Fictional gardens
April 17, 2017 6:59 PM   Subscribe

I recently finished Elizabeth Buchan's Consider the Lily and it reminded me of Frances Hodgson Burnett's The Secret Garden. I'm looking for books in which the protagonist takes an interest in gardening and in the process grows into herself or himself. It does not have to be fiction.
posted by Constance Mirabella to Home & Garden (15 answers total) 28 users marked this as a favorite
The Poisonwood Bible
posted by peacheater at 7:14 PM on April 17, 2017 [2 favorites]

In the Garden of Iden

A botanist cyborg is sent on her first mission! Much fun. Im quite fond of ms Bakers dream-like style and pacing
posted by Jacen at 7:22 PM on April 17, 2017 [2 favorites]

The Changing Garden of Mr. Bell.
posted by JimN2TAW at 7:27 PM on April 17, 2017

Larry's Party, by Carol Shields. A major part of the book's story involves the main character's obsession with building garden mazes and the effect it has on his life and outlook.

The Year of the Flood, by Margaret Atwood. Dystopian fiction that takes place after "the waterless flood" (catastrophic event). Pre-flood, one of the main characters, Toby, was part of a group called God's Gardeners. She spends her post-flood time thinking back on her life with the Gardeners and using her knowledge to build a new life-sustaining garden.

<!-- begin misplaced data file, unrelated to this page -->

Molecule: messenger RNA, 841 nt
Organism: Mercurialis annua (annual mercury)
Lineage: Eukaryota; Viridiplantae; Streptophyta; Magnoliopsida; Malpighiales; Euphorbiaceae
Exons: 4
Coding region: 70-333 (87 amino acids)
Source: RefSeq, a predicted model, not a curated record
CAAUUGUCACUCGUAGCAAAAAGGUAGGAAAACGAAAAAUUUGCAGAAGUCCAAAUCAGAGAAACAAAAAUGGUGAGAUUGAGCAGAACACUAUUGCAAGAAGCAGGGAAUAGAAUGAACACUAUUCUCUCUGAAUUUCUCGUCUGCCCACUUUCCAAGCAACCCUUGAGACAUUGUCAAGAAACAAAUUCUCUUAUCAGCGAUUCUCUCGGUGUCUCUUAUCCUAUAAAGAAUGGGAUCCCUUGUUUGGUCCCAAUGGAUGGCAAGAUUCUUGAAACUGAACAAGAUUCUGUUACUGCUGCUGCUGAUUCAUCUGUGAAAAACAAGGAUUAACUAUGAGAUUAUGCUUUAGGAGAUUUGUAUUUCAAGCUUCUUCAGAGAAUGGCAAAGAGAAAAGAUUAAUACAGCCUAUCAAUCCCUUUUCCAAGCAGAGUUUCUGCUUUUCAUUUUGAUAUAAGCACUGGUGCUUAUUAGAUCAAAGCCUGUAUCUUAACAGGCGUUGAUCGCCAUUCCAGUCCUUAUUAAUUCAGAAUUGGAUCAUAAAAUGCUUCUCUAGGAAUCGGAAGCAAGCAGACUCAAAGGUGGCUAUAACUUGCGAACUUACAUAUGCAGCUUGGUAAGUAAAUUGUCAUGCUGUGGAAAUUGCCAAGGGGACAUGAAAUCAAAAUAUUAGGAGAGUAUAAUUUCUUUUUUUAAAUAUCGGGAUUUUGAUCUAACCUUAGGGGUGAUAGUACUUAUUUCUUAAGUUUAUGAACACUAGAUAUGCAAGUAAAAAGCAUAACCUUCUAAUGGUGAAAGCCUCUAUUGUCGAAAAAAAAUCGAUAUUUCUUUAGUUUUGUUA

posted by hurdy gurdy girl at 7:49 PM on April 17, 2017 [1 favorite]

For nonfiction: Self-aware gardening is something of a theme in Michael Pollan's writing--comes up in The Botany of Desire, a bit in The Omnivore's Dilemma, and definitely in his 1997 Harper's article "Opium Made Easy." I think he can pontificate a bit much, YMMV, but he's an engaging writer and obviously cares a lot about gardening.
posted by miles per flower at 8:40 PM on April 17, 2017

If you are open to somewhat formulaic mysteries then check out the delightful horticulture/crime-solving duo Rosemary & Thyme.
posted by Owl of Athena at 9:05 PM on April 17, 2017 [1 favorite]

The Morville Hours: the story of a garden (non-fiction).
posted by paduasoy at 12:46 AM on April 18, 2017

Elizabeth and Her German Garden by Elizabeth von Arnim.
posted by misteraitch at 1:56 AM on April 18, 2017 [1 favorite]

Robin McKinley s "Rose Daughter"
posted by Stacey at 3:07 AM on April 18, 2017 [1 favorite]

Slightly different angle: Tim Smit's The Lost Gardens of Heligan, which also happen to be a real place.
posted by Emperor SnooKloze at 5:52 AM on April 18, 2017

Barbara Kingsolver's (nonfiction) memoir Animal, Vegetable, Miracle.
posted by veery at 7:44 AM on April 18, 2017 [1 favorite]

You might like Beverley Nichols, who wrote many often hilarious books about his various gardens. (These are autobiographical, but I'm betting he probably was loose with his details in spots.) Down the Garden Path is the first one, and if you like it, you've got about 9 more to go after that.

Do you like letters? The 3000 Mile Garden is an exchange about a garden in Maine and a garden in London.
posted by JanetLand at 8:41 AM on April 18, 2017

Gaining Ground by Joan Barfoot
posted by runincircles at 9:08 AM on April 18, 2017

Came back to add Monty Don's non-fiction. The Jewel Garden: A Story of Despair and Redemption definitely, Growing Out of Trouble if a smallholding counts as a garden, and possibly others.
posted by paduasoy at 11:16 AM on April 19, 2017

Ekaterin Vorsoisson's virtual Barrayaran garden in Komarr is realized with some emotional difficulties in A Civil Campaign.
posted by Bruce H. at 11:30 PM on August 16, 2017

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